Chenoweth Speech An Asset To Militia Montana Group Uses Video Of Talk To Attract Members, Money


Standing in front of a blue curtain and wearing a red blazer with white blouse, Helen Chenoweth talks about the spiritual war between God-fearing Americans and environmentalists.

“Ladies and gentlemen, today as I stand before you, we are in a battle today that is far more insidious and far more dangerous as far as conquering our people, their soul and this great nation.”

Chenoweth’s words struck a chord with the Militia of Montana, which is using a video of her speech to recruit money and members.

The Chenoweth tape, titled “America in Crisis,” appears in the Montana militia’s November 1994 mail-order catalog. Other videotape titles include “The True Story of Waco,” “America in Peril,” featuring Mark Koernke of the Michigan Militia, and “Reclaiming our Public Lands Conference,” with Idaho Secretary of State Pete Cenarrusa as one of four speakers.

The hour-long Chenoweth tape goes for $15.

Chenoweth is identified in the catalog as a “newly elected congresswoman” and in the tape as a “natural resources consultant.” She denounces environmentalists and connects their movement to the erosion of private property rights and to the Communist threat.

Chenoweth cites the decision to protect spotted owl habitat in the Northwest as breaking down state sovereignty and possibly leading to one-world government.

She also tells her listeners that they cannot expect the government to always act within the law.

This was not a tape the Militia of Montana asked Chenoweth to make. Her press secretary said Chenoweth does not know how it got the video, but she did not give her permission to sell it. She doesn’t mention the word militia in her talk.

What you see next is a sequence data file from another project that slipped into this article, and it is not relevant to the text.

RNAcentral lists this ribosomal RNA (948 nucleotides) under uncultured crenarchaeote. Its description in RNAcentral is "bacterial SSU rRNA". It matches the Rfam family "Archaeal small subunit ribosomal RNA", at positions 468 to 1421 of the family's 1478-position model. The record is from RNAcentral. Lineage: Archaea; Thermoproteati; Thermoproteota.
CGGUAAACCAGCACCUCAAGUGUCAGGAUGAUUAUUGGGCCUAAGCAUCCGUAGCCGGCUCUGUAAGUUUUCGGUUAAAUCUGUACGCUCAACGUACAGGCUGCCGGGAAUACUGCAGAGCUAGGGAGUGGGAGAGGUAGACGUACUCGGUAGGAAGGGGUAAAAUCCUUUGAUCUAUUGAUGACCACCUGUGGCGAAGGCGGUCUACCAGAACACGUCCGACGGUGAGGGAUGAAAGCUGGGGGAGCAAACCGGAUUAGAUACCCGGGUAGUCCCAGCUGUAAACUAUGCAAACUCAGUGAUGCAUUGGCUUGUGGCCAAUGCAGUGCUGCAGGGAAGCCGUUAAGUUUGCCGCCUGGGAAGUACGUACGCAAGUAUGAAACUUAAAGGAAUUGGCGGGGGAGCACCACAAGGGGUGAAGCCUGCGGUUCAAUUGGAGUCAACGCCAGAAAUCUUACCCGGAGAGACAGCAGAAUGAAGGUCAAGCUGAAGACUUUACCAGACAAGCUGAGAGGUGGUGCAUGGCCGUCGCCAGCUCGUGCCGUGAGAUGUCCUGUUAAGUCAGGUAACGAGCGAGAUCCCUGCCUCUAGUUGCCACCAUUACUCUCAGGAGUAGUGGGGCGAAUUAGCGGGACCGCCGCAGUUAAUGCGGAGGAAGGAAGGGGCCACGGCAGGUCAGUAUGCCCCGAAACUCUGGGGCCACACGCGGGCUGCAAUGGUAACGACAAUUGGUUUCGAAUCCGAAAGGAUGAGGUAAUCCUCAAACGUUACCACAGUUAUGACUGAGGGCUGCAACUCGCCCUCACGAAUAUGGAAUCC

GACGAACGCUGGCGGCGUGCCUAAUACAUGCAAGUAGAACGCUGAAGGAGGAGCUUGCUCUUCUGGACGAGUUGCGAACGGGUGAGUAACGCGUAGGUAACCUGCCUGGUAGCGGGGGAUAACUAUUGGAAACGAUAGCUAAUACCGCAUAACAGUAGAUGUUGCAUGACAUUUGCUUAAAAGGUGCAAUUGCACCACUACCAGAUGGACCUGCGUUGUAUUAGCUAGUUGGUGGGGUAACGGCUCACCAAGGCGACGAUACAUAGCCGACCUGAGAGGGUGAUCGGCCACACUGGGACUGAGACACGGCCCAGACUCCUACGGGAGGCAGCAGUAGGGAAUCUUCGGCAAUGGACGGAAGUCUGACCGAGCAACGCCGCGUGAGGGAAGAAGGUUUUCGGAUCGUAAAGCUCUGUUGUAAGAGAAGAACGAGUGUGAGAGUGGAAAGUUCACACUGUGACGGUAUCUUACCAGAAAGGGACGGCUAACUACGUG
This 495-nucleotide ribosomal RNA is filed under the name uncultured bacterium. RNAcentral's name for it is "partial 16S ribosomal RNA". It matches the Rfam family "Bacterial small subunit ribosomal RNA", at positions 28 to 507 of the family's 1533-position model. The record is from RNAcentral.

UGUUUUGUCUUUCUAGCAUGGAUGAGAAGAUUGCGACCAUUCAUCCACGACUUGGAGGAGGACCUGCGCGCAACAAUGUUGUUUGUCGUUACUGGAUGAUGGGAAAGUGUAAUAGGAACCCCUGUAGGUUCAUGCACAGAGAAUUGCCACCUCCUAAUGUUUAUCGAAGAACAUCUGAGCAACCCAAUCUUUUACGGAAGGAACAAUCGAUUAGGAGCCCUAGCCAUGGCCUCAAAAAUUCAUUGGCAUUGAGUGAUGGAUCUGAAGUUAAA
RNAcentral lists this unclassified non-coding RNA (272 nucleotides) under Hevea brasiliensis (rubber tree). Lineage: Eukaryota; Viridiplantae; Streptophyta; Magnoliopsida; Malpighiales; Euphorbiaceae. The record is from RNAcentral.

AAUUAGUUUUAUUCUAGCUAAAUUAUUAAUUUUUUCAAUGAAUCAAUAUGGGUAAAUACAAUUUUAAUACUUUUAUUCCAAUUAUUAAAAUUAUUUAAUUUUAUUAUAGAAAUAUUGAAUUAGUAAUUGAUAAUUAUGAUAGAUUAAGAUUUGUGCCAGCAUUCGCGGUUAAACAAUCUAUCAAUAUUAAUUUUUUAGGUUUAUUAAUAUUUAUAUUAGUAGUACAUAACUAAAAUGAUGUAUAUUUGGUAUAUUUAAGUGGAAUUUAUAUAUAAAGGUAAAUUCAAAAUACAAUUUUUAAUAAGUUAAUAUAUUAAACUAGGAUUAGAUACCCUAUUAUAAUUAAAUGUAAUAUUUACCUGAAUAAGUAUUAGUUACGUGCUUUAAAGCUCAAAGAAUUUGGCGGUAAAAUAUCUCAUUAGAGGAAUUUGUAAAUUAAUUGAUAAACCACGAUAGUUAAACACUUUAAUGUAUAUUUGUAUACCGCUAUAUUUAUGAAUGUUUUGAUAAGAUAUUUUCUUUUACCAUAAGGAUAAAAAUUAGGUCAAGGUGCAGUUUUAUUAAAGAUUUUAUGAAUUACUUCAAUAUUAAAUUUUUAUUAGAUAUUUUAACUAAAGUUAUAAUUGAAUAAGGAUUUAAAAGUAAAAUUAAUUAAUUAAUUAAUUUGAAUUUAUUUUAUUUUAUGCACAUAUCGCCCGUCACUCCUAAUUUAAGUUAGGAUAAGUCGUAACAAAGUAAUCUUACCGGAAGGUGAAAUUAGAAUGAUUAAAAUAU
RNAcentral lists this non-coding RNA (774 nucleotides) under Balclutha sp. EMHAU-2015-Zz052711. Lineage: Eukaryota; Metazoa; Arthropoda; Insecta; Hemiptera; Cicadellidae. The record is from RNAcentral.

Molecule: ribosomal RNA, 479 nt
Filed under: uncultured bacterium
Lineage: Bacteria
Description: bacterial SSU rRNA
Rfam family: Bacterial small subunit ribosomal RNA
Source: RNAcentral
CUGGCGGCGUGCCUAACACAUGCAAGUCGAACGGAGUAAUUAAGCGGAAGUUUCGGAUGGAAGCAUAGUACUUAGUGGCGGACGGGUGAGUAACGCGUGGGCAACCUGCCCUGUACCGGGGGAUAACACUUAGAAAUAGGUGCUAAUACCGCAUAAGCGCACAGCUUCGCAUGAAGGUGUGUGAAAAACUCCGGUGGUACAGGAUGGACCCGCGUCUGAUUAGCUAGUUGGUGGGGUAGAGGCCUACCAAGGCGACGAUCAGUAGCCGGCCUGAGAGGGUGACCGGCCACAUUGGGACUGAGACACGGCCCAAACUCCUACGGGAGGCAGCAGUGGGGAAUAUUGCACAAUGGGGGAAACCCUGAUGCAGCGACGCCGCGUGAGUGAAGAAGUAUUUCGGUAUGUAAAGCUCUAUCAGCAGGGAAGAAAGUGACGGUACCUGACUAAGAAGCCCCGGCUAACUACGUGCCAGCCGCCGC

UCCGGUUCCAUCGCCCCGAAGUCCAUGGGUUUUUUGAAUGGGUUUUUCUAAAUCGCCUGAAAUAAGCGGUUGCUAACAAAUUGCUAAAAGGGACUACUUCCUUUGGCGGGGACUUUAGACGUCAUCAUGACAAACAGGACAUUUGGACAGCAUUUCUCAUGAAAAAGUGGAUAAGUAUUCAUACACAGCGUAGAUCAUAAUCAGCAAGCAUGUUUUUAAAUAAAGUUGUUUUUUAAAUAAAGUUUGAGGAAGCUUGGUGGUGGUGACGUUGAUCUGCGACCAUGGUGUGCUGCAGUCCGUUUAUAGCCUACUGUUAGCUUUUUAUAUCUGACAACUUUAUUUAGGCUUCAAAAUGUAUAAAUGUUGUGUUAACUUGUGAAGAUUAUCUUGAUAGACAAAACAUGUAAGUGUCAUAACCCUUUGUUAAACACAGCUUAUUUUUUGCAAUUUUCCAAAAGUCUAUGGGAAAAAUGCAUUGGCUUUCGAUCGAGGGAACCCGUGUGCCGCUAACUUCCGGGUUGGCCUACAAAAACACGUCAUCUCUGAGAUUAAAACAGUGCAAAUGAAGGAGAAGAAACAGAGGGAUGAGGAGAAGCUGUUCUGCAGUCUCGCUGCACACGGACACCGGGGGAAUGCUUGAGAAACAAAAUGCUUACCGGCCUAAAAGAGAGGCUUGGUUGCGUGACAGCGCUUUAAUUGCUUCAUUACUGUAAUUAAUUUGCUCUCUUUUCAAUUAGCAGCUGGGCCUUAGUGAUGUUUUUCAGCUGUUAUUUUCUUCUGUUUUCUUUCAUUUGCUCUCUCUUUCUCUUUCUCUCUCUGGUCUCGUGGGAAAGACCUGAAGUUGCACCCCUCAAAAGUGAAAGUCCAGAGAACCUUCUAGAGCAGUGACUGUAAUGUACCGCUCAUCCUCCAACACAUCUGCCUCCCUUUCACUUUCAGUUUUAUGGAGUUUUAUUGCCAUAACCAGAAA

But the message would appeal to many militia members who fear losing their livelihoods to excessive government regulation.

On Thursday, Capitol Hill’s daily newspaper, Roll Call, listed her among conservative members of Congress who are “on the hot seat” for their contact with militia sympathizers and for refusing to denounce the militia concept.

Chenoweth this week said she does not believe in violence, but feels the U.S. Militia Association has the right to exist.

Videomaker Mark Knoepfle made the tape during a September 1993 campaign speech at Chenoweth’s Boise church. He sells it for $15 through the American Opinion Bookstore.

But Knoepfle said he did not sell it to the Militia of Montana. Militia leader Randy Trochmann replied his group did not pirate the tape, which did not have a copyright.

The Militia of Montana catalog also offers Cenarrusa as part of a sixhour public lands discussion. Cenarrusa has spoken to militia meetings, but he said he is not a supporter of the movement.

“Oh no. This is news to me,” Cenarrusa said Thursday. “Why do they do those things?”



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